Home > Event Coverage > NAHBS

NAHBS 2017: Wound Up wraps up new fork designs for tapered steerers, thru axles, and flat mount disc brakes

7
Support us! Bikerumor may earn a small commission from affiliate links in this article. Learn More

Known for their distinct look, Wound Up forks have been using their filament wound carbon design for years. In the latest updates to their forks, Wound Up is keeping their aesthetic, but they are adapting to new standards. Finally giving way to more “modern” fitments, the company was showing a trio of forks that should make them more applicable to a number of bikes in the near future…

While many custom builders of metal frames will still debate the merits of a tapered head tube, there are definitely a lot of bikes out that that are using them. If your frame has a tapered head tube, you might as well use the corresponding steerer tube to capitalize on any gains in stiffness at the front end. Because of that, Wound Up will soon have a 1.5″ to 1.125″ tapered carbon steerer. Built with aluminum dropouts and crown, the steerer is carbon and target weight for the fork is said to be 450g.

Another option for modern rides is their new thru axle dropout. Compatible with Maxle Ultimate or Stealth bolt on, the spacing is set at 12 x 100mm and will eventually be offered on the tapered steerer fork, then the gravel and Team X cyclocross fork.

It’s a similar story with their new flat mount disc brake option, though this was fresh off the 3D printer for the show. According to Wound Up, they are still finalizing the design in a way that takes advantage of the dropout’s benefits, but still fits the Wound Up aesthetic.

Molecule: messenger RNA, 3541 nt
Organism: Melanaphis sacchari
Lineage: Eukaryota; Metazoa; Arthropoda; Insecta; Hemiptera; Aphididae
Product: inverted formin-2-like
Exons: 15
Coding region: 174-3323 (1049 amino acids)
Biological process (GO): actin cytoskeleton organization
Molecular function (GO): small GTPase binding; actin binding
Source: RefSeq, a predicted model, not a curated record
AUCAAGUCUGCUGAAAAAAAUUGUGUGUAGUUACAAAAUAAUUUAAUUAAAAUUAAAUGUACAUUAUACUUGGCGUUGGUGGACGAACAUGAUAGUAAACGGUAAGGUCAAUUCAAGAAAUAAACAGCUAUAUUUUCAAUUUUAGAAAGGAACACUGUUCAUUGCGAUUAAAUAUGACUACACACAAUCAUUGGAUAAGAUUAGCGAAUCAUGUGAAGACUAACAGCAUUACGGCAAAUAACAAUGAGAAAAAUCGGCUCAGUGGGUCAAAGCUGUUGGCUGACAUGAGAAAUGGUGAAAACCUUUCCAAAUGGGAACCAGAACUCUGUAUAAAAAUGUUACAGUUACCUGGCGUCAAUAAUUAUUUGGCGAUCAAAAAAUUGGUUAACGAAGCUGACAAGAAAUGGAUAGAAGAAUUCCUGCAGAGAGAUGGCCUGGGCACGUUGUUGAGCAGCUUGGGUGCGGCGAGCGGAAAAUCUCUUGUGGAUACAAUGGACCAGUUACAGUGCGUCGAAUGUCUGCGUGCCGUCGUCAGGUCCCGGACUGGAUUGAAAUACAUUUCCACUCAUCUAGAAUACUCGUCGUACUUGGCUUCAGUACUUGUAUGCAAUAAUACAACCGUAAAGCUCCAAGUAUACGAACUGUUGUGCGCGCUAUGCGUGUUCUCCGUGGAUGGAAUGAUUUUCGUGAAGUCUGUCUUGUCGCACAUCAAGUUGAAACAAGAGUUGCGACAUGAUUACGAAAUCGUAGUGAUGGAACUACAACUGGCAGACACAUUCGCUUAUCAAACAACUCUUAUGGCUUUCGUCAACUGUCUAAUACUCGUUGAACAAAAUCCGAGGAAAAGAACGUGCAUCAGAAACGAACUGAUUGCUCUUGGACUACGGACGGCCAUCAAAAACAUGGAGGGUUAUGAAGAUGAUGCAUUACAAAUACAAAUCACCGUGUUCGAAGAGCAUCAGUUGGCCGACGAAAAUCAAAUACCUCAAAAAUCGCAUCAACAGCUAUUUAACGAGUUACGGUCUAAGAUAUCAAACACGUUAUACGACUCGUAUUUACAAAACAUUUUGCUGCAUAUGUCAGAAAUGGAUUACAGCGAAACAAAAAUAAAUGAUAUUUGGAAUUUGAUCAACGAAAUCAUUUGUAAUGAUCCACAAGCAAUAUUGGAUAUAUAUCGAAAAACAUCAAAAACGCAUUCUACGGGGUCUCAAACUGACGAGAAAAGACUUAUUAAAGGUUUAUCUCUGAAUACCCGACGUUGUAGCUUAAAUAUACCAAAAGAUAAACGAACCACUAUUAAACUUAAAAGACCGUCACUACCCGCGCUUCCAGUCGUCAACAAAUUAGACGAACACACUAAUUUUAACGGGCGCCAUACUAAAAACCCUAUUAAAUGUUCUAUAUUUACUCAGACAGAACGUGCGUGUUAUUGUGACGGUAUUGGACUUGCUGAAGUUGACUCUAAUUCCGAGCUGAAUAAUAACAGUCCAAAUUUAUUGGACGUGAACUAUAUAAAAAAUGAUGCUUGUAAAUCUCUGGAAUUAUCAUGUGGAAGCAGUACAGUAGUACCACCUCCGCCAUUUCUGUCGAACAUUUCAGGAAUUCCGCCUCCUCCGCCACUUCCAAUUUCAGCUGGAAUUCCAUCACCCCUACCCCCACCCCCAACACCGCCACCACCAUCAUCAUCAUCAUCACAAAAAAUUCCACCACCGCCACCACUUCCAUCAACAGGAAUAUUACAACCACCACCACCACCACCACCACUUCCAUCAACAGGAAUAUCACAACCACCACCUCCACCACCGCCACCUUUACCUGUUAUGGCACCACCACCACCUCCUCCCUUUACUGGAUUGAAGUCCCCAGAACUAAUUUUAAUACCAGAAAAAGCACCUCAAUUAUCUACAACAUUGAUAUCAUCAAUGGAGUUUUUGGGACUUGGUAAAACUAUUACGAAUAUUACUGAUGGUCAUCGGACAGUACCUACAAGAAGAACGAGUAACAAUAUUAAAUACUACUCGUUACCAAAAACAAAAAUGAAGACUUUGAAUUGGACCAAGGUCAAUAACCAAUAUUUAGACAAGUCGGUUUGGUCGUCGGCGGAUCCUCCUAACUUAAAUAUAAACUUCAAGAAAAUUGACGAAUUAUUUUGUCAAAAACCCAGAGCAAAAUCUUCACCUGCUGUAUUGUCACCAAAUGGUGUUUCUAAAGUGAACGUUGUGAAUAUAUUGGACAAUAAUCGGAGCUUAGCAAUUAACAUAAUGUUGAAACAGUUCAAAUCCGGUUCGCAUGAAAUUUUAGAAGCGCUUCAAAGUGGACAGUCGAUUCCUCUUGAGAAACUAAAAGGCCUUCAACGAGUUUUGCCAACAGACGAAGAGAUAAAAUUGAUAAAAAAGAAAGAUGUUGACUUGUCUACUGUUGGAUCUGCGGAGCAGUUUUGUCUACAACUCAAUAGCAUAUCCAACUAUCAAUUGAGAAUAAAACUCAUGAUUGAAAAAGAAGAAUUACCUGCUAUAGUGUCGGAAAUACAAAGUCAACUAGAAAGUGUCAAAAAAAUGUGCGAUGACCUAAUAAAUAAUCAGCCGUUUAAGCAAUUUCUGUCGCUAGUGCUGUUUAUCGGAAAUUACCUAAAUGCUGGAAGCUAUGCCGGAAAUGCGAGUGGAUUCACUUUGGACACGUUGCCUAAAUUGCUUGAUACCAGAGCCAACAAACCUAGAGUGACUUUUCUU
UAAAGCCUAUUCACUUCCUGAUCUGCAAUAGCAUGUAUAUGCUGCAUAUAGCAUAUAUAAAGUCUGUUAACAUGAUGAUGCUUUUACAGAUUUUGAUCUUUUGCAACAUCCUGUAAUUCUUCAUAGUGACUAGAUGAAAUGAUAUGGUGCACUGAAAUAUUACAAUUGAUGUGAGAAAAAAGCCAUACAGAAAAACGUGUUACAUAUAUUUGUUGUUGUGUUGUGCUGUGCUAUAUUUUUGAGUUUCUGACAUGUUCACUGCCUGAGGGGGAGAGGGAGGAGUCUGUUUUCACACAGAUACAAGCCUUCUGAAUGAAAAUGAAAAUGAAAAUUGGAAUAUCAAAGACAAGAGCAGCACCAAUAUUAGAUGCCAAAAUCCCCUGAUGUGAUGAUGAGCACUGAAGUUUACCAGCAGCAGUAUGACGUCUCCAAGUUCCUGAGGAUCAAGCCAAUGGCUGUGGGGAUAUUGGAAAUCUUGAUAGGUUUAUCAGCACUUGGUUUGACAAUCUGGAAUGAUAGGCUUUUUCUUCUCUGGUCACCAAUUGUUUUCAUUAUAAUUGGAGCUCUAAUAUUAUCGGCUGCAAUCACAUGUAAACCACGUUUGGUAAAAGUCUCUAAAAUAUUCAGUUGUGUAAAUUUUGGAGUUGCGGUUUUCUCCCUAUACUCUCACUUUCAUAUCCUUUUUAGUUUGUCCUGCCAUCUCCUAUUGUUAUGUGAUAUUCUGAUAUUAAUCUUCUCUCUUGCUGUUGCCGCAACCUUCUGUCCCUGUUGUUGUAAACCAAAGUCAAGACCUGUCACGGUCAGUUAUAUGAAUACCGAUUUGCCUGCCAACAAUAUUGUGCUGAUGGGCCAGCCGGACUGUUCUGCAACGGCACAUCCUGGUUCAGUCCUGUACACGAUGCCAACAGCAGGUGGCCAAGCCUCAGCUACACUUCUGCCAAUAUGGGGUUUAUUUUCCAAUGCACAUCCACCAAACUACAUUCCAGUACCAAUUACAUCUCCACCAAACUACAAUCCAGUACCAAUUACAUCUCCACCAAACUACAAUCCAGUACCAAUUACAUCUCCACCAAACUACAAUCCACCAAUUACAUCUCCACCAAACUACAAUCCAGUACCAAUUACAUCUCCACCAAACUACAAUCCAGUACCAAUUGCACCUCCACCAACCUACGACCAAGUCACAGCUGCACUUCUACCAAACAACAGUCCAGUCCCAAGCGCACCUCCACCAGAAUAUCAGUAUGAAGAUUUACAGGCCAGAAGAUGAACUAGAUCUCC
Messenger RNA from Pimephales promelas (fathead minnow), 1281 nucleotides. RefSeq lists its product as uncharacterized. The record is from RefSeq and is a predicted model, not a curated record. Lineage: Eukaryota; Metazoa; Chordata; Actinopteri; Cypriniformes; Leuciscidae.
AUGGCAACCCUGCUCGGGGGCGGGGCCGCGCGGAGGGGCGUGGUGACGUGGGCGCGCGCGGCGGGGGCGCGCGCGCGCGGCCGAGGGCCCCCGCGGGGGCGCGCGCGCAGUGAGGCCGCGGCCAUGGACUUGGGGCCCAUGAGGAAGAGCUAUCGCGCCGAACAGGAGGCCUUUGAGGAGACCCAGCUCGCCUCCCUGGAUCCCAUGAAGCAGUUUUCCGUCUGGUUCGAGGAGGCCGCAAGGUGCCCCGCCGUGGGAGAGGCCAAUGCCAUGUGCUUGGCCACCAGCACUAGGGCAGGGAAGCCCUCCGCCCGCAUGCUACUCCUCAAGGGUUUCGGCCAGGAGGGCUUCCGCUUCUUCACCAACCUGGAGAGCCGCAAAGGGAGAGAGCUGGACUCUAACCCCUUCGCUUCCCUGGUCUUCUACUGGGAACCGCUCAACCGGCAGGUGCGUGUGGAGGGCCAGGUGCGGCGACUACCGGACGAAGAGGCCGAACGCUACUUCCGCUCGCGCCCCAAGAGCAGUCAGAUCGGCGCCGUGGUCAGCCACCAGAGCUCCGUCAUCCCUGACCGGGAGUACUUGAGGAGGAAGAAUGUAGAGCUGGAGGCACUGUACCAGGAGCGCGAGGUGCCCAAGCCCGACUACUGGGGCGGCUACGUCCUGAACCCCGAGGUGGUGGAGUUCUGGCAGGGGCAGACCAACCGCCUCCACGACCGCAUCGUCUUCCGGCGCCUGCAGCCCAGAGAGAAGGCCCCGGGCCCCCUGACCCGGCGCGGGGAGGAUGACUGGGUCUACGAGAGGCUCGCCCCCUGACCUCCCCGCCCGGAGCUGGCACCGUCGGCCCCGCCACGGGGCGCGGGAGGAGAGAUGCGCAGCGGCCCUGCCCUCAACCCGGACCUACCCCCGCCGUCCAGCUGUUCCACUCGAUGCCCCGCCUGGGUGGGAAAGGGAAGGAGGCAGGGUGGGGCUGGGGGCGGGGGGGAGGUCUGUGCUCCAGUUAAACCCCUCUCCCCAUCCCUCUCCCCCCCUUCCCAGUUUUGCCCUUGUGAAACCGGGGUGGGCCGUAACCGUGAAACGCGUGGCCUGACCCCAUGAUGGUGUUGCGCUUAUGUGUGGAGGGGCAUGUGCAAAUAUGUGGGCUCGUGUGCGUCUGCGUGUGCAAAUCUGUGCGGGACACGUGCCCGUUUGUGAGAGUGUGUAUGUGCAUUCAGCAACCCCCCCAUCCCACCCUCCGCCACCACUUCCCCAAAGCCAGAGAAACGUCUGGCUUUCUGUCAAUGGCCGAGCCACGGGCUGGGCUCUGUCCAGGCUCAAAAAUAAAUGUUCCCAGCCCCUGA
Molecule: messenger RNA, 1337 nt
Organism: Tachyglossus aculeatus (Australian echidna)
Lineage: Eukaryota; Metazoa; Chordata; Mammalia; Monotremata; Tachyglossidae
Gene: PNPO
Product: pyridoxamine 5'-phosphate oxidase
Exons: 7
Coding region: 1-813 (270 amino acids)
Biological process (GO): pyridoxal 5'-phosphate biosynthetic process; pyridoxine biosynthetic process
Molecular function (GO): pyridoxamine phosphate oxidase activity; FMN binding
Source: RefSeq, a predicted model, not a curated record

Just as a way to show the options you can choose for your Wound Up fork, this display was fitted with most of the options including black ano or polished aluminum, clear coat, satin, or unpainted finish, and a number of the brake choices.

woundupcomposites.com

 

Subscribe
Notify of
guest

This site uses Akismet to reduce spam. Learn how your comment data is processed.

7 Comments
Oldest
Newest Most Voted
Inline Feedbacks
View all comments
RandoRandy
RandoRandy
5 years ago

I’ve always liked the look of these forks, especially with thinner tubed metal bikes. I wonder how these compare to an Enve, Ritchey or Easton type after-market fork.

onion
onion
5 years ago

I feel like Flat Mount was designed to look sleek and simple on carbon forks. That is a pretty jarring violation of both.

JasonK
JasonK
5 years ago
Reply to  onion

This comment highlights Wound Up’s stagnant approach to design. As far as I can tell, if they can’t filament-wind it, they’re not making it out of carbon. Oh: and even if they can filament-wind it, if doing so requires a new mandrel, they’ll have to think on that for a year or five.

That the mount is rapid-prototyped and not machined aluminum underscores the slapdash nature of their flat mount project. Shouldn’t a manufacturer like Wound Up be able to crank out a machined (and therefore rideable) prototype in a day or so? Or do they not have any in-house machining expertise? How about access to a rapid machining vendor like First Cut?

I’m baffled by their reluctance to broaden their product line. It’s too bad, because at one time their products were fairly interesting. Maybe there are capital constraints or maybe the powers that be just lost interest.

I hope Wound Up revitalizes their product line. The fork market is a little more boring without modern products from Wound Up.

AngryBikeWrench
5 years ago
Reply to  JasonK

Nothing “slapdash” about 3D printing prototypes – still a helluva lot cheaper and faster than machining aluminum.

blah blah blah
blah blah blah
5 years ago

some of the best looking forks ever made

AJ
AJ
5 years ago

These skinny fork leg forks, with the tapered steerer are going to look terrible on modern, oversized diameter tubed frames.

The head tubes on a modern frame using tapered steerers are 44mm minimum diameter, with most frames having a head tube and down tube diameter of about 50mm or more. The diameter of the Wound Up fork blades are close to 25.4mm. Big difference. It will totally look out of proportion on pretty much any modern frame using a tapered head tube steerer.

T Petroski
5 years ago

I could not find anything on their website about tire-size clearance. That would be good to know.

Subscribe Now

Sign up to receive BikeRumor content direct to your inbox.

Subscribe Now

Sign up to receive BikeRumor content direct to your inbox.